I am a lifelong fan of classic horror comic books, especially the EC Comics titles. I have read pre-code horror comics and the later black-and-white fright-fare magazines, but I had no idea of some of the treasures I have been missing out on until I watched the short-film documentary Haunted Thrills (U.S., 2021).
Unlike other documentaries on pre-code horror comics that focus on the controversy surrounding those books, Haunted Thrills, while touching upon that subject, is more of a valentine and tribute to the work of the men and women who crafted and published the often shockingly gruesome and gory tales. Writer/director Mike Lyddon was fortunate enough to interview a few of the legends of pre-code comics — artists Everett Raymond Kinstler, Joe Sinnott, and Victor Carrabotta — before they passed away. These artists discuss intriguing memories of working on the comics. Sinnott and Carrabotta worked for Stan Lee and Atlas Comics in the Empire State Building and share stories about Lee and comics legend Jack Kirby. Captivating stories about how jobs were gained and lost are also part of their recollections. Plenty of other artists and writers are represented, too, with knowledgeable and engaging narration from Lyddon.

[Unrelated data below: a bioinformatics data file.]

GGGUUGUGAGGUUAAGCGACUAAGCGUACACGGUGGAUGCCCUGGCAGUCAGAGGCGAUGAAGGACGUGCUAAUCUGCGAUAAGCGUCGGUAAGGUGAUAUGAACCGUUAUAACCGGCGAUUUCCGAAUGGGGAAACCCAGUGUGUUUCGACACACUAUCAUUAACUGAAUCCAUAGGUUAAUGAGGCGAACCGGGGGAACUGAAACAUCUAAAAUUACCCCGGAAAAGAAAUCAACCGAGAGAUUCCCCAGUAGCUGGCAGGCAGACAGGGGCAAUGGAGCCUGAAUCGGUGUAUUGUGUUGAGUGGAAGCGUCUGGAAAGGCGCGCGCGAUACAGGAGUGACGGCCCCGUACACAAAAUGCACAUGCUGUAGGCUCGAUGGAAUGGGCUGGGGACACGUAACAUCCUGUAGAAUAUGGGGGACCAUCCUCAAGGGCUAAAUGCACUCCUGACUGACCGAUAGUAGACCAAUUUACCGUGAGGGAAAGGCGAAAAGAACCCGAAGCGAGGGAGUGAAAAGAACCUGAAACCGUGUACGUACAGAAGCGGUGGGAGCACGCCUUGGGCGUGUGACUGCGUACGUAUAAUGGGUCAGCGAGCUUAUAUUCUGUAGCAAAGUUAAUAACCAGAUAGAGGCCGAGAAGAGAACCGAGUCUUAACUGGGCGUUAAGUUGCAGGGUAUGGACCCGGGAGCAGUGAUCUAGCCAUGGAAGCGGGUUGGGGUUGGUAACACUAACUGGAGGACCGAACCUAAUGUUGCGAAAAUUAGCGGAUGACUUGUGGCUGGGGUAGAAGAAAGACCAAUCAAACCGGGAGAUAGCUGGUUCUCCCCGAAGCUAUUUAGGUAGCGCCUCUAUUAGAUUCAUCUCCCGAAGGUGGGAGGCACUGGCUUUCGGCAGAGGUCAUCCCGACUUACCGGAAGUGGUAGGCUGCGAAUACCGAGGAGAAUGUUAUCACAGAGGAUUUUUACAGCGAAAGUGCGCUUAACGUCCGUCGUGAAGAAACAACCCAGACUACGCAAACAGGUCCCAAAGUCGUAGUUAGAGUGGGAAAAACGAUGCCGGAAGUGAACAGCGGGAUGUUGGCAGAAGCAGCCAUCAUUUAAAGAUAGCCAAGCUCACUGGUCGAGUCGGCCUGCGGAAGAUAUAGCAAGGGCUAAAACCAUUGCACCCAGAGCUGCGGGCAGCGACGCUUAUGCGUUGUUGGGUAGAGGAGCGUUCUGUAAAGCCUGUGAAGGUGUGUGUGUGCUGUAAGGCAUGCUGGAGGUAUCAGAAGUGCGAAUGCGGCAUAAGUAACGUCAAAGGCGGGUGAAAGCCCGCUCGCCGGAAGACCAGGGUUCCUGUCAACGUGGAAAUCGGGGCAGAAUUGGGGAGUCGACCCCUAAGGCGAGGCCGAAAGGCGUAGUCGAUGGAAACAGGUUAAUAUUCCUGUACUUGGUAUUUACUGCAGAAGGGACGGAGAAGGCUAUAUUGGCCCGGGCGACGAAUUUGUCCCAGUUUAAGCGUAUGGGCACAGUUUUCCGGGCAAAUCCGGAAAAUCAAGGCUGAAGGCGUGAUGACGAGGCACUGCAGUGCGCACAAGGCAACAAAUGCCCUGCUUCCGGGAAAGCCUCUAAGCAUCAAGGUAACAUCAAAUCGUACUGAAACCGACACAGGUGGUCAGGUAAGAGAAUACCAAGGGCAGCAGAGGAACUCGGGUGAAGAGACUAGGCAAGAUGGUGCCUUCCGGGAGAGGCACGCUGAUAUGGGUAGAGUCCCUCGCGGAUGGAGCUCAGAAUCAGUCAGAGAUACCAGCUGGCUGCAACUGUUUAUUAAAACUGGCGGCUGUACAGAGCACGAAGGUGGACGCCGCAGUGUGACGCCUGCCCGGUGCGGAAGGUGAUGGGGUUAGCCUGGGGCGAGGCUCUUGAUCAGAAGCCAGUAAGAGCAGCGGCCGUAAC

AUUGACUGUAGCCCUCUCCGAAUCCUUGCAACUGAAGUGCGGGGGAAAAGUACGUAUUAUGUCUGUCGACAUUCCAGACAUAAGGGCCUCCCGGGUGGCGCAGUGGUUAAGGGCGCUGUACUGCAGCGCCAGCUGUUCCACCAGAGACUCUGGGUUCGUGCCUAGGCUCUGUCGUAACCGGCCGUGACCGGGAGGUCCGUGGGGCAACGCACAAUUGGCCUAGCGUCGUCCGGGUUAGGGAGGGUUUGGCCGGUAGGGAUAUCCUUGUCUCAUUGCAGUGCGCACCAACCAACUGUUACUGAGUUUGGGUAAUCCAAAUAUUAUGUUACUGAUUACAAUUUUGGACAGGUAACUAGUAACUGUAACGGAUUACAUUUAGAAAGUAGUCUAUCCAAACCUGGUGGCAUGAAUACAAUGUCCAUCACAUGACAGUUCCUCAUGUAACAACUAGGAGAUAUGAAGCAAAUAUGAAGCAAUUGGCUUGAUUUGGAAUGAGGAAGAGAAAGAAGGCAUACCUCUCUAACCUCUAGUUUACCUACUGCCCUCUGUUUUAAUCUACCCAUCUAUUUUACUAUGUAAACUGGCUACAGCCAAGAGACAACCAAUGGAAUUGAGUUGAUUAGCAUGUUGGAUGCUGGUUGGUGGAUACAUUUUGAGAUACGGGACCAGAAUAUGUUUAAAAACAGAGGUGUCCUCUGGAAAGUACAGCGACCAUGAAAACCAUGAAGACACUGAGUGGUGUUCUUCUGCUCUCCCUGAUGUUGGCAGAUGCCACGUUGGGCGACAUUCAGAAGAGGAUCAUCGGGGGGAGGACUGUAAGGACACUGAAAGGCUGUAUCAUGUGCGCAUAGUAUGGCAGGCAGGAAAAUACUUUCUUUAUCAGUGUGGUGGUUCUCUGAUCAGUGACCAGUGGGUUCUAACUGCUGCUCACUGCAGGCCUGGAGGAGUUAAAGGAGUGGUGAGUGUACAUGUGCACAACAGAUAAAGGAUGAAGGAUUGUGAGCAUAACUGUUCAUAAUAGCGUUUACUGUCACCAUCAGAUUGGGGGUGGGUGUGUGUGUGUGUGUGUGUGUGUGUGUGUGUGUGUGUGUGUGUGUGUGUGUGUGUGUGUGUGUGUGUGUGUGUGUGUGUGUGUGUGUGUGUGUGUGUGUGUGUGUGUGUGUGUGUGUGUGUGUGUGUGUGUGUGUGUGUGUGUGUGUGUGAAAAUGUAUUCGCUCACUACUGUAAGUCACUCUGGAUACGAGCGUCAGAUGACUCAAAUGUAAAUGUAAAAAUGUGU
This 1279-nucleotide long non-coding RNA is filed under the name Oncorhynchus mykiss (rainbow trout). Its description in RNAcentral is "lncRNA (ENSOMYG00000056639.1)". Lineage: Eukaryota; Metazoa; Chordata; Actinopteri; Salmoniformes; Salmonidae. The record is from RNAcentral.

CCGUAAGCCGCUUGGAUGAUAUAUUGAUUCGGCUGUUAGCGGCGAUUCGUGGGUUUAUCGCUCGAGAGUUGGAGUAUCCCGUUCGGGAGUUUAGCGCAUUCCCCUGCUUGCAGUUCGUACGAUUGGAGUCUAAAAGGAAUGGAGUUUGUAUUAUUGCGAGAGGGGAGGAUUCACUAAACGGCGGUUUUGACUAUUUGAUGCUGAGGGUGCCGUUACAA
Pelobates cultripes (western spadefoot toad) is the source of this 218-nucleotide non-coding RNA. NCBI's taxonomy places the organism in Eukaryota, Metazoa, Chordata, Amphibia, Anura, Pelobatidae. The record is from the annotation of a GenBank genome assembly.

The presentation of drool-worthy covers and artwork from pre-code horror comics is a feast for the eyes. Viewers are treated to work from Weird Mysteries, Startling Terror Tales, Black Cat Mystery, Chamber of Chills, and so much more.
Haunted Thrills is must-see viewing for fans of horror, comic books, and naturally, horror comic books. It presses all of the nostalgia buttons while also taking a look at the current clamoring for pre-code fear-fare titles.(4 / 5)
Haunted Thrills screens as part of Horror-on-Sea Film Festival, which takes place in Southend-on-Sea, U.K. from January 13–15 and 20–22, 2023.